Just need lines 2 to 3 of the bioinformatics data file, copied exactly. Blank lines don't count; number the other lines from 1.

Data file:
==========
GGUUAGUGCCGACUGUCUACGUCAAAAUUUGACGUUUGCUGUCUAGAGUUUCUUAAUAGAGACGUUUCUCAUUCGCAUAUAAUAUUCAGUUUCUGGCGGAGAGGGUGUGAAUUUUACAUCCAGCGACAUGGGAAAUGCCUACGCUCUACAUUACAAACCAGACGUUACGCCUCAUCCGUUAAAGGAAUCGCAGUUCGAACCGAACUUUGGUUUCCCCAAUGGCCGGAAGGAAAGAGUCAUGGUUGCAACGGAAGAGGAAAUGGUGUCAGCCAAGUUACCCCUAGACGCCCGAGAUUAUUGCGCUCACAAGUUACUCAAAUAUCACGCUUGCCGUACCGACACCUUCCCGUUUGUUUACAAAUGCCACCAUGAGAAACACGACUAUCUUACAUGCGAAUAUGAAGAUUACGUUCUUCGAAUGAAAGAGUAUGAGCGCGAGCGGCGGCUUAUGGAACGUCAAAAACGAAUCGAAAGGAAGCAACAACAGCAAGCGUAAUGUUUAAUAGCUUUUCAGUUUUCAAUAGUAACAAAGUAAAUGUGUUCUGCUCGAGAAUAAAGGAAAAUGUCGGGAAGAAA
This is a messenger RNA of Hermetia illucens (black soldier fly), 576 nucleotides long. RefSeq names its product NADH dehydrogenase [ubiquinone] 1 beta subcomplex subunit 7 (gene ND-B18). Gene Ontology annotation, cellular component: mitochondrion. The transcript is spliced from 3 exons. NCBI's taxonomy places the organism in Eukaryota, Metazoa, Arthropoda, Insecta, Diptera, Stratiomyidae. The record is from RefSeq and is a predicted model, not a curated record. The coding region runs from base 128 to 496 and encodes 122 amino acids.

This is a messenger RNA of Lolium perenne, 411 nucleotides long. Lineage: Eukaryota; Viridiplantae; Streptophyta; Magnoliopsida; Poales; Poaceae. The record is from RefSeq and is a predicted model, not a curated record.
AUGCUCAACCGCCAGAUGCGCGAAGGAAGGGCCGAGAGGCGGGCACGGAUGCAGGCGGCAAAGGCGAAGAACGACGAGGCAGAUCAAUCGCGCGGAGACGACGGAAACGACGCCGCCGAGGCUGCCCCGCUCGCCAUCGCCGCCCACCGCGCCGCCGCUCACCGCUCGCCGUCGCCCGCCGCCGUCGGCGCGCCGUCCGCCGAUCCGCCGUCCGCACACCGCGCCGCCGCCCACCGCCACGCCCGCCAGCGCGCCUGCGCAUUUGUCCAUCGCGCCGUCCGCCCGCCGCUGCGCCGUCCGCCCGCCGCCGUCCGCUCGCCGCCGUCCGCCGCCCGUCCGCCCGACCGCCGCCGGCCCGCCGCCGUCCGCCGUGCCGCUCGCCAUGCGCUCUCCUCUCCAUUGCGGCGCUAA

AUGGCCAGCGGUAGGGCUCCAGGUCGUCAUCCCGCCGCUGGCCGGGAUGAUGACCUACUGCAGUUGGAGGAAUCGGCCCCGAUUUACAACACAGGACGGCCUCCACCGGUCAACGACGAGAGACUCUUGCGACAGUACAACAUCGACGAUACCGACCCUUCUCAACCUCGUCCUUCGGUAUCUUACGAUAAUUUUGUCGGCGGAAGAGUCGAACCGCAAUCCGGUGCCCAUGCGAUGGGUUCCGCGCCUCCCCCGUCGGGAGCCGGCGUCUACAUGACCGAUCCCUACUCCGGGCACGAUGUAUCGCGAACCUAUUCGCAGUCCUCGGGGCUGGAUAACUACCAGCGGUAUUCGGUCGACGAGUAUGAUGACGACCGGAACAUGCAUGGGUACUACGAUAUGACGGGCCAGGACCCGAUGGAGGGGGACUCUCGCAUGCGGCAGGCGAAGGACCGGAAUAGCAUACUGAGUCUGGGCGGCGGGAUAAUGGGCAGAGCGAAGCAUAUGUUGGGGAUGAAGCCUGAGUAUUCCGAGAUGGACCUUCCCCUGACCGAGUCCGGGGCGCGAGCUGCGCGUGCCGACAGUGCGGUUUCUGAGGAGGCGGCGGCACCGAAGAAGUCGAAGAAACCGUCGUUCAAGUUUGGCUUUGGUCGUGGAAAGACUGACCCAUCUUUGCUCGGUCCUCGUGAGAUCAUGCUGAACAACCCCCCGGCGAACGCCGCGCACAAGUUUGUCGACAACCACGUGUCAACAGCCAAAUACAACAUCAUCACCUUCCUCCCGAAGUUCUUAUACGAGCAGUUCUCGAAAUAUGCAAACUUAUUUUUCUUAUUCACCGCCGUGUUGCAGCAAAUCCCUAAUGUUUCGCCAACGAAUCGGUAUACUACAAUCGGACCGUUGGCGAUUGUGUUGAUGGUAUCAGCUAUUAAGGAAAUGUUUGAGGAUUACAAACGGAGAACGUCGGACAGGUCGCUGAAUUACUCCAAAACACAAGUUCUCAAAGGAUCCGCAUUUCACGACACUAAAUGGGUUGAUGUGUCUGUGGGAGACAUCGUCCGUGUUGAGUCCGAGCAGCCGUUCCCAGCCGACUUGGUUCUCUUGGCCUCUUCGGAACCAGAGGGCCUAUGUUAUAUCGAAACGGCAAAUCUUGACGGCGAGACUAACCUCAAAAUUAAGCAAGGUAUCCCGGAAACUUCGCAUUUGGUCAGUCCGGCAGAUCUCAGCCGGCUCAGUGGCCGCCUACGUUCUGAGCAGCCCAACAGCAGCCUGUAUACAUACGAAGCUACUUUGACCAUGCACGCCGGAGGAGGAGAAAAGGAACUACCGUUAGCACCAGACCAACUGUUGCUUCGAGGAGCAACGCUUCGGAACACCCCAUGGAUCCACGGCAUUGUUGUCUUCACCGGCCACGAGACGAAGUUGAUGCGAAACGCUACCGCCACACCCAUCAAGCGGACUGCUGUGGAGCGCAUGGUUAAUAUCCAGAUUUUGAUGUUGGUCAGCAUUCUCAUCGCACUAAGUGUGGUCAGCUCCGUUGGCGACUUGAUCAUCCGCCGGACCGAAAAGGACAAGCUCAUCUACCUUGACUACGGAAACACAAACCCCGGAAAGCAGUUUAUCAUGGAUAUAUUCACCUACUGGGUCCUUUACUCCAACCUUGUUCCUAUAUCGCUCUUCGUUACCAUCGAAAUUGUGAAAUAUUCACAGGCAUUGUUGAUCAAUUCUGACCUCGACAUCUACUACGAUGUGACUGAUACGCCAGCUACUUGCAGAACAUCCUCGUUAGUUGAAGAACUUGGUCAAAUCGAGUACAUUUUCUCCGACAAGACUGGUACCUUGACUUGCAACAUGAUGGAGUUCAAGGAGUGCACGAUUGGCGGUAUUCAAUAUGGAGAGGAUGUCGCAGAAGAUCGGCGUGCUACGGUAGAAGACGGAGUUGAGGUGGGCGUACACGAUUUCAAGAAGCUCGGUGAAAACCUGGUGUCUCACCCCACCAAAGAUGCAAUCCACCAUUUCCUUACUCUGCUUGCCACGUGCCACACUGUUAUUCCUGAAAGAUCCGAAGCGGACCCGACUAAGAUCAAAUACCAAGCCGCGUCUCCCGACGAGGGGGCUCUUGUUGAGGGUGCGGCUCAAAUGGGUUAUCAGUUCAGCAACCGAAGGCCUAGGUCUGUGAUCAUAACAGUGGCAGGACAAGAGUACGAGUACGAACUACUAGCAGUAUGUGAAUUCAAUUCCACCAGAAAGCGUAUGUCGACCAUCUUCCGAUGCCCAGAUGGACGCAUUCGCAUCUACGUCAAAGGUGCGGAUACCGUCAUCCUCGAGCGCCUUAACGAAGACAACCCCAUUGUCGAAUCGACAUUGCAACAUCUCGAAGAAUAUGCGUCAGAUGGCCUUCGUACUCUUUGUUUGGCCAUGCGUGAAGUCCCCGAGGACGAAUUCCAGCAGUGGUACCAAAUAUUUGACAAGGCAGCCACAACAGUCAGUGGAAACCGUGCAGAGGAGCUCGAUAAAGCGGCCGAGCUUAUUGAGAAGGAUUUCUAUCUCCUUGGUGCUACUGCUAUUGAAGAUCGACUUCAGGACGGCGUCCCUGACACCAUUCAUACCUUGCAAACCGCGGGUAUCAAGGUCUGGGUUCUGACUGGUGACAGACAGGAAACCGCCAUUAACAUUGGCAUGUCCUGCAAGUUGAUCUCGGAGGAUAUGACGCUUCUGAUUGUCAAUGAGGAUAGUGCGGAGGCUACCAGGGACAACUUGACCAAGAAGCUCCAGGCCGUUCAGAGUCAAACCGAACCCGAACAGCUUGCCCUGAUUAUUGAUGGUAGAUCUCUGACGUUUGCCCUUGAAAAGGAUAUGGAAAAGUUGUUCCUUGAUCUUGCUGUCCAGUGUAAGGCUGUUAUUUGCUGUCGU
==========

This is a messenger RNA of Hermetia illucens (black soldier fly), 576 nucleotides long. RefSeq names its product NADH dehydrogenase [ubiquinone] 1 beta subcomplex subunit 7 (gene ND-B18). Gene Ontology annotation, cellular component: mitochondrion. The transcript is spliced from 3 exons. NCBI's taxonomy places the organism in Eukaryota, Metazoa, Arthropoda, Insecta, Diptera, Stratiomyidae. The record is from RefSeq and is a predicted model, not a curated record. The coding region runs from base 128 to 496 and encodes 122 amino acids.

This is a messenger RNA of Lolium perenne, 411 nucleotides long. Lineage: Eukaryota; Viridiplantae; Streptophyta; Magnoliopsida; Poales; Poaceae. The record is from RefSeq and is a predicted model, not a curated record.